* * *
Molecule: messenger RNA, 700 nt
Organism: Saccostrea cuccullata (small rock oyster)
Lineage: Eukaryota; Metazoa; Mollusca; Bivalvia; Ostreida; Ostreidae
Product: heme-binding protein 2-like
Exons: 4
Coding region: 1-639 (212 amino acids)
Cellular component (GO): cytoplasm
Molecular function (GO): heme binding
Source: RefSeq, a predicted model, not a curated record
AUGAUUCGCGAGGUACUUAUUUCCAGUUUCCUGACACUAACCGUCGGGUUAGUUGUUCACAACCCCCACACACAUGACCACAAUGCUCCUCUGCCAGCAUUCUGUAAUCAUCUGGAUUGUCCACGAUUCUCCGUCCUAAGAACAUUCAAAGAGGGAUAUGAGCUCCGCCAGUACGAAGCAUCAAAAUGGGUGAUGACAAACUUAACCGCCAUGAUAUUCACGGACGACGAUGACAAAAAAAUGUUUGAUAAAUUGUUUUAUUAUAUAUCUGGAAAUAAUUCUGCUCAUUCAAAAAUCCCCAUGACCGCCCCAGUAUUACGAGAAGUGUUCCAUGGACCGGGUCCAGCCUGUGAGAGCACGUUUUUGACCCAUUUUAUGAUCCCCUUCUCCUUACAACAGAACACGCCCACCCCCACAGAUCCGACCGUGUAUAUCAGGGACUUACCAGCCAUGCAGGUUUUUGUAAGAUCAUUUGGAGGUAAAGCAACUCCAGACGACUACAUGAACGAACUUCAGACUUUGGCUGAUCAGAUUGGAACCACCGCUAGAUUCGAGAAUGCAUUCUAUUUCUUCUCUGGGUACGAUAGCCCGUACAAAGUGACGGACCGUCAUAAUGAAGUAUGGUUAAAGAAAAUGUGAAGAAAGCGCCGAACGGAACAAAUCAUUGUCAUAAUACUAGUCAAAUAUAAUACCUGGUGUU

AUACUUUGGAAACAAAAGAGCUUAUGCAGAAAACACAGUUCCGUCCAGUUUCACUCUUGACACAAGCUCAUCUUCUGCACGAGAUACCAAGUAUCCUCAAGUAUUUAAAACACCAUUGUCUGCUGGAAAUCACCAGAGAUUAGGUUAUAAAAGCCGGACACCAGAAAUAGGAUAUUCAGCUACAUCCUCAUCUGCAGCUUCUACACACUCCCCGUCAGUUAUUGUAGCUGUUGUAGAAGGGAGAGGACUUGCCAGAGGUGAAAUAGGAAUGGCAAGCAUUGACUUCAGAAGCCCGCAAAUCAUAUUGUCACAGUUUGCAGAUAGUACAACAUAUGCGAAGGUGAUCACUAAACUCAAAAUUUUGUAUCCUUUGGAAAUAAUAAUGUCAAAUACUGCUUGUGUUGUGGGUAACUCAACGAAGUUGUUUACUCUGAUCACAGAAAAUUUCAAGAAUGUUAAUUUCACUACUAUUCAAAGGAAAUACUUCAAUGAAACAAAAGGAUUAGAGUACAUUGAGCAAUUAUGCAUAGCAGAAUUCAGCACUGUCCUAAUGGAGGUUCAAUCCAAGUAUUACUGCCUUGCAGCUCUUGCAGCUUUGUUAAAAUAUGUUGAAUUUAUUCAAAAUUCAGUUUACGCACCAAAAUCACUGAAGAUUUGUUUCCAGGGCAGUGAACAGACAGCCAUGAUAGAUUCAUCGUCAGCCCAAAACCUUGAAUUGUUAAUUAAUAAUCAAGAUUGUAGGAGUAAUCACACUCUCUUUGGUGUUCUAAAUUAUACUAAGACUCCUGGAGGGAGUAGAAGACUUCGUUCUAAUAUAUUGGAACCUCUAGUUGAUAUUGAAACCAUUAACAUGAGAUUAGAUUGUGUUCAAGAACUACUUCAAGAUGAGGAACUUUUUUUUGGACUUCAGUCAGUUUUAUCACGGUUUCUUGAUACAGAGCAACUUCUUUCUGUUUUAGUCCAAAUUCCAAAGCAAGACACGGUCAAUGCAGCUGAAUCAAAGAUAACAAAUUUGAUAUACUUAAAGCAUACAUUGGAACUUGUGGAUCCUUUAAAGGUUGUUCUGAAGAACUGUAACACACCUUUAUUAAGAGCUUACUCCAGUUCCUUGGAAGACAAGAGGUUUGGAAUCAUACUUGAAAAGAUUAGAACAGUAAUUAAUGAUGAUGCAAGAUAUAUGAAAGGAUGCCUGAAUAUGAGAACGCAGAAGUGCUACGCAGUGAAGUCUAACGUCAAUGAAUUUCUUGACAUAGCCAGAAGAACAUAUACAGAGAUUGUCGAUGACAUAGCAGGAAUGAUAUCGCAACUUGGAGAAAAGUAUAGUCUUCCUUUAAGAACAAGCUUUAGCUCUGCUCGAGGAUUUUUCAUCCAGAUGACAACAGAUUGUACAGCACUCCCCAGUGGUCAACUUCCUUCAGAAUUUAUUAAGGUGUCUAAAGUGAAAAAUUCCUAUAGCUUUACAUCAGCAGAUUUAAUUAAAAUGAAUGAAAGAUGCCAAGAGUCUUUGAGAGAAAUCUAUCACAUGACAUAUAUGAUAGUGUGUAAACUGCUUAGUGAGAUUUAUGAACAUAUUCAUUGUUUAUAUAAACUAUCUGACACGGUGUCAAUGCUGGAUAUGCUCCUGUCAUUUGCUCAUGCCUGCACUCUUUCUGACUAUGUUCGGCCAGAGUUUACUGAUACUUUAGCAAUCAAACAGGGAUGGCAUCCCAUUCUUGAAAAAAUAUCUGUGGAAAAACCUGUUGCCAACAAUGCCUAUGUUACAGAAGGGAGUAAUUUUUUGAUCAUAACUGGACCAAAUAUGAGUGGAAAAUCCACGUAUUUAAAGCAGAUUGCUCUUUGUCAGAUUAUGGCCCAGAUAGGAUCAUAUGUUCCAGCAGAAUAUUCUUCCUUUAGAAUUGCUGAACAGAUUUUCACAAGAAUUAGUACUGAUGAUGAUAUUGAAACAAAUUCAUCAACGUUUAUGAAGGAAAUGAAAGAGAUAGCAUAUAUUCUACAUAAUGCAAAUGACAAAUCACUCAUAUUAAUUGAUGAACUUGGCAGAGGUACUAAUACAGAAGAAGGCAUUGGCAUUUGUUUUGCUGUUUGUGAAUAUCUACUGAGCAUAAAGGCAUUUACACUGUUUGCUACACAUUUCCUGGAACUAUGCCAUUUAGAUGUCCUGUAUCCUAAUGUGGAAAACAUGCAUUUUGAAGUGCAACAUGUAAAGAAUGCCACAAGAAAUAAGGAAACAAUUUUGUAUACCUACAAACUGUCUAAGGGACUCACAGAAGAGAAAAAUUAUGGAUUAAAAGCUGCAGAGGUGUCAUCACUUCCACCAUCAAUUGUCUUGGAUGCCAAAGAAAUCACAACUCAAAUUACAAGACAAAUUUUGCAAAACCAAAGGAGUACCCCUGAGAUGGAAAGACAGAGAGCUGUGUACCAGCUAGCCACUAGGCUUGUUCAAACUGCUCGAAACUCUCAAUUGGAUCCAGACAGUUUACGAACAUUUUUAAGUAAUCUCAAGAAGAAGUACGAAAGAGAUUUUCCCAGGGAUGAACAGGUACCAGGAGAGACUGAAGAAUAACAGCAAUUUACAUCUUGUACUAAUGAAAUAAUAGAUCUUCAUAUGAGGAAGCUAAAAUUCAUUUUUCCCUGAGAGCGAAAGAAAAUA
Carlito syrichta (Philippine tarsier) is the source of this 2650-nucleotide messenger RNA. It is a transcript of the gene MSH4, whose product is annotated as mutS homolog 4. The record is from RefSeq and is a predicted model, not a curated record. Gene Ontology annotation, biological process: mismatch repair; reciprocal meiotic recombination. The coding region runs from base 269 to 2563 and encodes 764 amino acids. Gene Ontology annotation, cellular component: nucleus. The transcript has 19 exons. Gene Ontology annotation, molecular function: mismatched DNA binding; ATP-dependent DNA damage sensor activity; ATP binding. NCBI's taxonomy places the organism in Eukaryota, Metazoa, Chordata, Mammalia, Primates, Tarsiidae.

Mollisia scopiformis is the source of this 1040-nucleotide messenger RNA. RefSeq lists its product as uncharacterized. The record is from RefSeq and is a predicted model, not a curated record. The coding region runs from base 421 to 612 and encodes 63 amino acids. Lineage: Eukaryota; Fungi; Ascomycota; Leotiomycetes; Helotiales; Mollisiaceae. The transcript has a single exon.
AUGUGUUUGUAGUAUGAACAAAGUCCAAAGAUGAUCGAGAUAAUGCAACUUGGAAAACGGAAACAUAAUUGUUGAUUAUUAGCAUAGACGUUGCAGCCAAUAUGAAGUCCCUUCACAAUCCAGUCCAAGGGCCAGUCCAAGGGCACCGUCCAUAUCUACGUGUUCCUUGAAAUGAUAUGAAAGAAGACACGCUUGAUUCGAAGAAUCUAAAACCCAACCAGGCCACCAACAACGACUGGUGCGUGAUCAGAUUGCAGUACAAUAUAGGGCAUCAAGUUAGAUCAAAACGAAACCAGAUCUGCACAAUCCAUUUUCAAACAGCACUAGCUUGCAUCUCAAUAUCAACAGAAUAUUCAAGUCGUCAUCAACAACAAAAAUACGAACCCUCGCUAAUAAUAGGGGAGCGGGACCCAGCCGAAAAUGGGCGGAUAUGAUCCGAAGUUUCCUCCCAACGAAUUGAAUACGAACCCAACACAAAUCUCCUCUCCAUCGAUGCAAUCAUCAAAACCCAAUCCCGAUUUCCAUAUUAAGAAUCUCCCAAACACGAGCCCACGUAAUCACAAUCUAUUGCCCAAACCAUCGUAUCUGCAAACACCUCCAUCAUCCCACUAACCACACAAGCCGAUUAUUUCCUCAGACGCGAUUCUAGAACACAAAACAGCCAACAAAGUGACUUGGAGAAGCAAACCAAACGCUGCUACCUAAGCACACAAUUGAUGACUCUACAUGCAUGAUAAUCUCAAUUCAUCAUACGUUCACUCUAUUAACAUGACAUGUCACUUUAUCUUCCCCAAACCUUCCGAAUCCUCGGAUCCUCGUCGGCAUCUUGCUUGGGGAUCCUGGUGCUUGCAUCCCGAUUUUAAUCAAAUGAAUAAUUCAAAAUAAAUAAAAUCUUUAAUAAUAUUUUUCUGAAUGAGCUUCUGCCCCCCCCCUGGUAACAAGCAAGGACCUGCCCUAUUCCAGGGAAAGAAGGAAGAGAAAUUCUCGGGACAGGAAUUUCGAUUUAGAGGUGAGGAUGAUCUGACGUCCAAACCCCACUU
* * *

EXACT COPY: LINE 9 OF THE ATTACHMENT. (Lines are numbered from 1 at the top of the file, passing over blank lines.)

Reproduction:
Source: RefSeq, a predicted model, not a curated record